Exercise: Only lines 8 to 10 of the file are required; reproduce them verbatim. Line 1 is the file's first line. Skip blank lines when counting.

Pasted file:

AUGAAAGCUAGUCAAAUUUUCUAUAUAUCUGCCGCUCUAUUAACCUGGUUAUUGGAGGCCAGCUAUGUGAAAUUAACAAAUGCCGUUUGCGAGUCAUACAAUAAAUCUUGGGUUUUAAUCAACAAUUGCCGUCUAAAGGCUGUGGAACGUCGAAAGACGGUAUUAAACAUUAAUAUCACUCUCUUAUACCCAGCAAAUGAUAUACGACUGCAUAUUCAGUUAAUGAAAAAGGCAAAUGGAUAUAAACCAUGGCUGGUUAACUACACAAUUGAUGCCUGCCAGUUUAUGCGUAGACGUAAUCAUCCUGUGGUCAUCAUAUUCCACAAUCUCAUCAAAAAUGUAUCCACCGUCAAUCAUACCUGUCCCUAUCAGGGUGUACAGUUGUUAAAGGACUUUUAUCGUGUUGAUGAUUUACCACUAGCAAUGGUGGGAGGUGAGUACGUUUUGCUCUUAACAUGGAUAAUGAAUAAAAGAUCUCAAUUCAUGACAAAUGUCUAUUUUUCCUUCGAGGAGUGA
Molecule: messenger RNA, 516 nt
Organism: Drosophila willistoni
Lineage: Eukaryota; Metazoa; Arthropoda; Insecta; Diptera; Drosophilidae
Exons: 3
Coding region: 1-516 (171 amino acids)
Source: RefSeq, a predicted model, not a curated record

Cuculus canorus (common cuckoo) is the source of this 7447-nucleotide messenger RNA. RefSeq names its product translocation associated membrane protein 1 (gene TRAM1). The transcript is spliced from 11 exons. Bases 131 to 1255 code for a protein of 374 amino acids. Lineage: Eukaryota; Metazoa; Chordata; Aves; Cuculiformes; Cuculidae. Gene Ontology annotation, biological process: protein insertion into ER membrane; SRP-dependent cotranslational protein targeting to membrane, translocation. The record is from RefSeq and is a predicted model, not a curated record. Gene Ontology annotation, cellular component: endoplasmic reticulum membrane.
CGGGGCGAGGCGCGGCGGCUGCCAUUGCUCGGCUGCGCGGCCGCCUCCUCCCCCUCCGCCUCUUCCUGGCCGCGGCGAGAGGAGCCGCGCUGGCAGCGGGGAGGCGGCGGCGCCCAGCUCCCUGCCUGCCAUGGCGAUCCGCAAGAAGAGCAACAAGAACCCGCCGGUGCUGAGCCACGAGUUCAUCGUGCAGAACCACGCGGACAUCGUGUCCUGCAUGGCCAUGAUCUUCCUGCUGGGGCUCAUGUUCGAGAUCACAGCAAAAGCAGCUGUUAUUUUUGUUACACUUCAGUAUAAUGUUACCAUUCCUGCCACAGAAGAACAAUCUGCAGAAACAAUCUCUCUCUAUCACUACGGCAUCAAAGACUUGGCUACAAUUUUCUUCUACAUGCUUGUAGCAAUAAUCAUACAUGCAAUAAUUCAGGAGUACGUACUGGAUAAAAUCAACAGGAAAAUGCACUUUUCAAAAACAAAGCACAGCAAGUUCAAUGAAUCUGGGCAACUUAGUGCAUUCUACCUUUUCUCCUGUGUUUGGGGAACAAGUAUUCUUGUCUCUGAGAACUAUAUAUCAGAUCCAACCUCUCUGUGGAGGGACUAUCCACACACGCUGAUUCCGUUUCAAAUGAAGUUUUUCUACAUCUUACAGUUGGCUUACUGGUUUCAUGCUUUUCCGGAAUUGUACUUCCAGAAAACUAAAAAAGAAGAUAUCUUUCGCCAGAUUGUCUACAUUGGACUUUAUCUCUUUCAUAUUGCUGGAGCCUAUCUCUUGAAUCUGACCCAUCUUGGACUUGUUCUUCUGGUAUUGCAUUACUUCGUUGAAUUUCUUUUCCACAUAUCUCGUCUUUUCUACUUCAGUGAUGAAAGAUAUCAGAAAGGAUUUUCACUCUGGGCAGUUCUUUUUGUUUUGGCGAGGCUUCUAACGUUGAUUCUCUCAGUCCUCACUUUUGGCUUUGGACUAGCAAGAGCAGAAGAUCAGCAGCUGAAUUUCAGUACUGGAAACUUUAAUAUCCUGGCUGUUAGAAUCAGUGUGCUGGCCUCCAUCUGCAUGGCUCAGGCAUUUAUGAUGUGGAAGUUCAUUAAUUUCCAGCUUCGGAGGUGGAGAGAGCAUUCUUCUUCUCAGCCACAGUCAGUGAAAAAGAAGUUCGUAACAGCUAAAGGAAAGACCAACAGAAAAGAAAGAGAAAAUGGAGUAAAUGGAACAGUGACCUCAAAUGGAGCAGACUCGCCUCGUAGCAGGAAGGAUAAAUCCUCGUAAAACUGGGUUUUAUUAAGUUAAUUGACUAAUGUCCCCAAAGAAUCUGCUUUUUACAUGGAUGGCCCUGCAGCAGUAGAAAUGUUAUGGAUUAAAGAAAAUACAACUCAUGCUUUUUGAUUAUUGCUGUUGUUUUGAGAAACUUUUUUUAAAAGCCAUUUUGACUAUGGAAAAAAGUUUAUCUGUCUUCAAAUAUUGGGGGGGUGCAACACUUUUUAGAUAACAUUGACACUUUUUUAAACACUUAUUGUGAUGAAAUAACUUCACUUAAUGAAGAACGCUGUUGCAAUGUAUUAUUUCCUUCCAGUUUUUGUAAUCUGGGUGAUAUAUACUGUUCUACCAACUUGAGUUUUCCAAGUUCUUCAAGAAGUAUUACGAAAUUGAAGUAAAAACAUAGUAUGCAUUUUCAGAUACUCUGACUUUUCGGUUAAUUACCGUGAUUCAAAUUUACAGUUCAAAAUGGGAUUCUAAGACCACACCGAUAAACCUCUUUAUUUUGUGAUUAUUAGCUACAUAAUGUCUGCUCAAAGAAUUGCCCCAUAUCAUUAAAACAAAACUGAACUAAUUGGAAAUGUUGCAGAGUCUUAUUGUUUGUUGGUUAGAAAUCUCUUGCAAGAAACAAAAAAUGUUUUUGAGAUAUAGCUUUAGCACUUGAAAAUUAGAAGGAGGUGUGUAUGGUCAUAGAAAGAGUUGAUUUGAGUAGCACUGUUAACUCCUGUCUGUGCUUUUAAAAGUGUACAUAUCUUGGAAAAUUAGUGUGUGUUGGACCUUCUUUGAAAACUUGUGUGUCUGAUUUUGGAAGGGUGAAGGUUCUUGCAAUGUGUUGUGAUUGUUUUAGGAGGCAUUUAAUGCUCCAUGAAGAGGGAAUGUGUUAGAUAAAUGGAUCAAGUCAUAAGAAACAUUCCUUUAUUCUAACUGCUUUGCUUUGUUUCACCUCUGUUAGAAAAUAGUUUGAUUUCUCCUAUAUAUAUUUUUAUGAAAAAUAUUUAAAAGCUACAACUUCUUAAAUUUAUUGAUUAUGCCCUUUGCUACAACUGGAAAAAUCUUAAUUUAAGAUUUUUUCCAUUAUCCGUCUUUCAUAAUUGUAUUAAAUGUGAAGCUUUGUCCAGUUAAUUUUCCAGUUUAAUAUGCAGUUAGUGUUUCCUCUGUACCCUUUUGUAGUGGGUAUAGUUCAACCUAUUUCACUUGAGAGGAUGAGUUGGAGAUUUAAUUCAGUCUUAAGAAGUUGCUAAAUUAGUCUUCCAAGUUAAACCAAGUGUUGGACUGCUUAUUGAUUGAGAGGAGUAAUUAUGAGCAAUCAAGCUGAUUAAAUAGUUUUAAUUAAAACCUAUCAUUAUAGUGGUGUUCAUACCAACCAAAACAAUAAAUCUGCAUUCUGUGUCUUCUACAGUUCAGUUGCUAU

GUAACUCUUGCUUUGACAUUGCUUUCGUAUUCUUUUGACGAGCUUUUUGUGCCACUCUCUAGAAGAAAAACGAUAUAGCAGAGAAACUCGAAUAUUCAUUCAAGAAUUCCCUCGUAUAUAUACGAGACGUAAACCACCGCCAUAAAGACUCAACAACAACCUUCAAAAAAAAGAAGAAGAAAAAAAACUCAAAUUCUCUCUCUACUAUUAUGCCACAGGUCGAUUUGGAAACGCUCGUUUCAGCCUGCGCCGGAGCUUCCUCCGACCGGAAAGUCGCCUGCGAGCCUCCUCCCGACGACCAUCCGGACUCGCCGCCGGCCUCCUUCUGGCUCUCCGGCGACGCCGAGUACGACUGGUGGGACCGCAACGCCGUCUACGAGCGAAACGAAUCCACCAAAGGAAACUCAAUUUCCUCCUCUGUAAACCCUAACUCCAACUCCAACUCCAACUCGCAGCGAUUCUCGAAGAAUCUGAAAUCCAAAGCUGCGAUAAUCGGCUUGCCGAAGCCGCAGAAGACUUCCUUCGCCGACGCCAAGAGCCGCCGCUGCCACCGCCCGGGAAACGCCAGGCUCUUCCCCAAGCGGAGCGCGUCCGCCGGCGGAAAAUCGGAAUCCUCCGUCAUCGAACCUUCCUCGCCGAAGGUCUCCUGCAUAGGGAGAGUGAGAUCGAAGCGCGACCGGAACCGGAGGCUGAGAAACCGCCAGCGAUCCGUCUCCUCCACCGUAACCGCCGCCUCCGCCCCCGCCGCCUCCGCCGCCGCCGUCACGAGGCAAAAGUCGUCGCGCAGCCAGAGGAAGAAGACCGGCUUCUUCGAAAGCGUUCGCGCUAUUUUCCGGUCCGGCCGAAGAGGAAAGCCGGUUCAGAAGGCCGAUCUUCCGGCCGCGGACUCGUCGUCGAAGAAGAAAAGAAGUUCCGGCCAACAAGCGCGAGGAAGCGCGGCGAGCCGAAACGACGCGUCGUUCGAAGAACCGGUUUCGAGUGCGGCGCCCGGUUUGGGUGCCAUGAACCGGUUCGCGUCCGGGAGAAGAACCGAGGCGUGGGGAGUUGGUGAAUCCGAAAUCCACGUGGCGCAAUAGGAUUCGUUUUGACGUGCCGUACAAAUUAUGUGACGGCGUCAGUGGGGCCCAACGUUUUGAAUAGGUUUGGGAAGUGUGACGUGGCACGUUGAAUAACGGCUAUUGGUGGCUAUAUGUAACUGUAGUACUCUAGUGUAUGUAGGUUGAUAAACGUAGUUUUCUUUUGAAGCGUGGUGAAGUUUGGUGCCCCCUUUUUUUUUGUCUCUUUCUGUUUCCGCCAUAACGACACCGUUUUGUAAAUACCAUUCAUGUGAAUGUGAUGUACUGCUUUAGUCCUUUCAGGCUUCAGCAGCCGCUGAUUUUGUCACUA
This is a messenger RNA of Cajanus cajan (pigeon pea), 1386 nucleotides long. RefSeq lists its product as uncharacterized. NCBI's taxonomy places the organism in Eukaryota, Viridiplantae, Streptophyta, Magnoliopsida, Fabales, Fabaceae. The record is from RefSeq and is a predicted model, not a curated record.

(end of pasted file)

Cuculus canorus (common cuckoo) is the source of this 7447-nucleotide messenger RNA. RefSeq names its product translocation associated membrane protein 1 (gene TRAM1). The transcript is spliced from 11 exons. Bases 131 to 1255 code for a protein of 374 amino acids. Lineage: Eukaryota; Metazoa; Chordata; Aves; Cuculiformes; Cuculidae. Gene Ontology annotation, biological process: protein insertion into ER membrane; SRP-dependent cotranslational protein targeting to membrane, translocation. The record is from RefSeq and is a predicted model, not a curated record. Gene Ontology annotation, cellular component: endoplasmic reticulum membrane.
CGGGGCGAGGCGCGGCGGCUGCCAUUGCUCGGCUGCGCGGCCGCCUCCUCCCCCUCCGCCUCUUCCUGGCCGCGGCGAGAGGAGCCGCGCUGGCAGCGGGGAGGCGGCGGCGCCCAGCUCCCUGCCUGCCAUGGCGAUCCGCAAGAAGAGCAACAAGAACCCGCCGGUGCUGAGCCACGAGUUCAUCGUGCAGAACCACGCGGACAUCGUGUCCUGCAUGGCCAUGAUCUUCCUGCUGGGGCUCAUGUUCGAGAUCACAGCAAAAGCAGCUGUUAUUUUUGUUACACUUCAGUAUAAUGUUACCAUUCCUGCCACAGAAGAACAAUCUGCAGAAACAAUCUCUCUCUAUCACUACGGCAUCAAAGACUUGGCUACAAUUUUCUUCUACAUGCUUGUAGCAAUAAUCAUACAUGCAAUAAUUCAGGAGUACGUACUGGAUAAAAUCAACAGGAAAAUGCACUUUUCAAAAACAAAGCACAGCAAGUUCAAUGAAUCUGGGCAACUUAGUGCAUUCUACCUUUUCUCCUGUGUUUGGGGAACAAGUAUUCUUGUCUCUGAGAACUAUAUAUCAGAUCCAACCUCUCUGUGGAGGGACUAUCCACACACGCUGAUUCCGUUUCAAAUGAAGUUUUUCUACAUCUUACAGUUGGCUUACUGGUUUCAUGCUUUUCCGGAAUUGUACUUCCAGAAAACUAAAAAAGAAGAUAUCUUUCGCCAGAUUGUCUACAUUGGACUUUAUCUCUUUCAUAUUGCUGGAGCCUAUCUCUUGAAUCUGACCCAUCUUGGACUUGUUCUUCUGGUAUUGCAUUACUUCGUUGAAUUUCUUUUCCACAUAUCUCGUCUUUUCUACUUCAGUGAUGAAAGAUAUCAGAAAGGAUUUUCACUCUGGGCAGUUCUUUUUGUUUUGGCGAGGCUUCUAACGUUGAUUCUCUCAGUCCUCACUUUUGGCUUUGGACUAGCAAGAGCAGAAGAUCAGCAGCUGAAUUUCAGUACUGGAAACUUUAAUAUCCUGGCUGUUAGAAUCAGUGUGCUGGCCUCCAUCUGCAUGGCUCAGGCAUUUAUGAUGUGGAAGUUCAUUAAUUUCCAGCUUCGGAGGUGGAGAGAGCAUUCUUCUUCUCAGCCACAGUCAGUGAAAAAGAAGUUCGUAACAGCUAAAGGAAAGACCAACAGAAAAGAAAGAGAAAAUGGAGUAAAUGGAACAGUGACCUCAAAUGGAGCAGACUCGCCUCGUAGCAGGAAGGAUAAAUCCUCGUAAAACUGGGUUUUAUUAAGUUAAUUGACUAAUGUCCCCAAAGAAUCUGCUUUUUACAUGGAUGGCCCUGCAGCAGUAGAAAUGUUAUGGAUUAAAGAAAAUACAACUCAUGCUUUUUGAUUAUUGCUGUUGUUUUGAGAAACUUUUUUUAAAAGCCAUUUUGACUAUGGAAAAAAGUUUAUCUGUCUUCAAAUAUUGGGGGGGUGCAACACUUUUUAGAUAACAUUGACACUUUUUUAAACACUUAUUGUGAUGAAAUAACUUCACUUAAUGAAGAACGCUGUUGCAAUGUAUUAUUUCCUUCCAGUUUUUGUAAUCUGGGUGAUAUAUACUGUUCUACCAACUUGAGUUUUCCAAGUUCUUCAAGAAGUAUUACGAAAUUGAAGUAAAAACAUAGUAUGCAUUUUCAGAUACUCUGACUUUUCGGUUAAUUACCGUGAUUCAAAUUUACAGUUCAAAAUGGGAUUCUAAGACCACACCGAUAAACCUCUUUAUUUUGUGAUUAUUAGCUACAUAAUGUCUGCUCAAAGAAUUGCCCCAUAUCAUUAAAACAAAACUGAACUAAUUGGAAAUGUUGCAGAGUCUUAUUGUUUGUUGGUUAGAAAUCUCUUGCAAGAAACAAAAAAUGUUUUUGAGAUAUAGCUUUAGCACUUGAAAAUUAGAAGGAGGUGUGUAUGGUCAUAGAAAGAGUUGAUUUGAGUAGCACUGUUAACUCCUGUCUGUGCUUUUAAAAGUGUACAUAUCUUGGAAAAUUAGUGUGUGUUGGACCUUCUUUGAAAACUUGUGUGUCUGAUUUUGGAAGGGUGAAGGUUCUUGCAAUGUGUUGUGAUUGUUUUAGGAGGCAUUUAAUGCUCCAUGAAGAGGGAAUGUGUUAGAUAAAUGGAUCAAGUCAUAAGAAACAUUCCUUUAUUCUAACUGCUUUGCUUUGUUUCACCUCUGUUAGAAAAUAGUUUGAUUUCUCCUAUAUAUAUUUUUAUGAAAAAUAUUUAAAAGCUACAACUUCUUAAAUUUAUUGAUUAUGCCCUUUGCUACAACUGGAAAAAUCUUAAUUUAAGAUUUUUUCCAUUAUCCGUCUUUCAUAAUUGUAUUAAAUGUGAAGCUUUGUCCAGUUAAUUUUCCAGUUUAAUAUGCAGUUAGUGUUUCCUCUGUACCCUUUUGUAGUGGGUAUAGUUCAACCUAUUUCACUUGAGAGGAUGAGUUGGAGAUUUAAUUCAGUCUUAAGAAGUUGCUAAAUUAGUCUUCCAAGUUAAACCAAGUGUUGGACUGCUUAUUGAUUGAGAGGAGUAAUUAUGAGCAAUCAAGCUGAUUAAAUAGUUUUAAUUAAAACCUAUCAUUAUAGUGGUGUUCAUACCAACCAAAACAAUAAAUCUGCAUUCUGUGUCUUCUACAGUUCAGUUGCUAU

GUAACUCUUGCUUUGACAUUGCUUUCGUAUUCUUUUGACGAGCUUUUUGUGCCACUCUCUAGAAGAAAAACGAUAUAGCAGAGAAACUCGAAUAUUCAUUCAAGAAUUCCCUCGUAUAUAUACGAGACGUAAACCACCGCCAUAAAGACUCAACAACAACCUUCAAAAAAAAGAAGAAGAAAAAAAACUCAAAUUCUCUCUCUACUAUUAUGCCACAGGUCGAUUUGGAAACGCUCGUUUCAGCCUGCGCCGGAGCUUCCUCCGACCGGAAAGUCGCCUGCGAGCCUCCUCCCGACGACCAUCCGGACUCGCCGCCGGCCUCCUUCUGGCUCUCCGGCGACGCCGAGUACGACUGGUGGGACCGCAACGCCGUCUACGAGCGAAACGAAUCCACCAAAGGAAACUCAAUUUCCUCCUCUGUAAACCCUAACUCCAACUCCAACUCCAACUCGCAGCGAUUCUCGAAGAAUCUGAAAUCCAAAGCUGCGAUAAUCGGCUUGCCGAAGCCGCAGAAGACUUCCUUCGCCGACGCCAAGAGCCGCCGCUGCCACCGCCCGGGAAACGCCAGGCUCUUCCCCAAGCGGAGCGCGUCCGCCGGCGGAAAAUCGGAAUCCUCCGUCAUCGAACCUUCCUCGCCGAAGGUCUCCUGCAUAGGGAGAGUGAGAUCGAAGCGCGACCGGAACCGGAGGCUGAGAAACCGCCAGCGAUCCGUCUCCUCCACCGUAACCGCCGCCUCCGCCCCCGCCGCCUCCGCCGCCGCCGUCACGAGGCAAAAGUCGUCGCGCAGCCAGAGGAAGAAGACCGGCUUCUUCGAAAGCGUUCGCGCUAUUUUCCGGUCCGGCCGAAGAGGAAAGCCGGUUCAGAAGGCCGAUCUUCCGGCCGCGGACUCGUCGUCGAAGAAGAAAAGAAGUUCCGGCCAACAAGCGCGAGGAAGCGCGGCGAGCCGAAACGACGCGUCGUUCGAAGAACCGGUUUCGAGUGCGGCGCCCGGUUUGGGUGCCAUGAACCGGUUCGCGUCCGGGAGAAGAACCGAGGCGUGGGGAGUUGGUGAAUCCGAAAUCCACGUGGCGCAAUAGGAUUCGUUUUGACGUGCCGUACAAAUUAUGUGACGGCGUCAGUGGGGCCCAACGUUUUGAAUAGGUUUGGGAAGUGUGACGUGGCACGUUGAAUAACGGCUAUUGGUGGCUAUAUGUAACUGUAGUACUCUAGUGUAUGUAGGUUGAUAAACGUAGUUUUCUUUUGAAGCGUGGUGAAGUUUGGUGCCCCCUUUUUUUUUGUCUCUUUCUGUUUCCGCCAUAACGACACCGUUUUGUAAAUACCAUUCAUGUGAAUGUGAUGUACUGCUUUAGUCCUUUCAGGCUUCAGCAGCCGCUGAUUUUGUCACUA